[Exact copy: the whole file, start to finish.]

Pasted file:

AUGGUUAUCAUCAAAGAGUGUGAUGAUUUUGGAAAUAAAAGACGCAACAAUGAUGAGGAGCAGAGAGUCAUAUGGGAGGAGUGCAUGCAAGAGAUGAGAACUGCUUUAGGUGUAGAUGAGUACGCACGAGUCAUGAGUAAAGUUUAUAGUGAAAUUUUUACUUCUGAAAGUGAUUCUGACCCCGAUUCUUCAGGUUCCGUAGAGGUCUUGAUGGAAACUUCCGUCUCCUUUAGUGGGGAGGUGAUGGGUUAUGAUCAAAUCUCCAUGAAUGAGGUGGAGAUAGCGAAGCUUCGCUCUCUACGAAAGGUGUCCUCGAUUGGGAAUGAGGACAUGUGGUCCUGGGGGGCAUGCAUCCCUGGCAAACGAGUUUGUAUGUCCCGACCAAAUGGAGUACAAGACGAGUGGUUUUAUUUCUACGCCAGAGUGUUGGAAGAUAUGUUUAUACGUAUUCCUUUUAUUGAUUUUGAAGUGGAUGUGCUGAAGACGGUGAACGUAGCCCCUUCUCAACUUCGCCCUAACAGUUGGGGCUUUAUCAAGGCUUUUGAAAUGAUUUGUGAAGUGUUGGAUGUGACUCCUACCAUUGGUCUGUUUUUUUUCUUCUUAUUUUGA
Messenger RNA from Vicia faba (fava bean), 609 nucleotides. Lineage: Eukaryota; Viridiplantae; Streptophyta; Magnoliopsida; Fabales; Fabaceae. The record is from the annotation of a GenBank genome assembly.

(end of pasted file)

AUGGUUAUCAUCAAAGAGUGUGAUGAUUUUGGAAAUAAAAGACGCAACAAUGAUGAGGAGCAGAGAGUCAUAUGGGAGGAGUGCAUGCAAGAGAUGAGAACUGCUUUAGGUGUAGAUGAGUACGCACGAGUCAUGAGUAAAGUUUAUAGUGAAAUUUUUACUUCUGAAAGUGAUUCUGACCCCGAUUCUUCAGGUUCCGUAGAGGUCUUGAUGGAAACUUCCGUCUCCUUUAGUGGGGAGGUGAUGGGUUAUGAUCAAAUCUCCAUGAAUGAGGUGGAGAUAGCGAAGCUUCGCUCUCUACGAAAGGUGUCCUCGAUUGGGAAUGAGGACAUGUGGUCCUGGGGGGCAUGCAUCCCUGGCAAACGAGUUUGUAUGUCCCGACCAAAUGGAGUACAAGACGAGUGGUUUUAUUUCUACGCCAGAGUGUUGGAAGAUAUGUUUAUACGUAUUCCUUUUAUUGAUUUUGAAGUGGAUGUGCUGAAGACGGUGAACGUAGCCCCUUCUCAACUUCGCCCUAACAGUUGGGGCUUUAUCAAGGCUUUUGAAAUGAUUUGUGAAGUGUUGGAUGUGACUCCUACCAUUGGUCUGUUUUUUUUCUUCUUAUUUUGA
Messenger RNA from Vicia faba (fava bean), 609 nucleotides. Lineage: Eukaryota; Viridiplantae; Streptophyta; Magnoliopsida; Fabales; Fabaceae. The record is from the annotation of a GenBank genome assembly.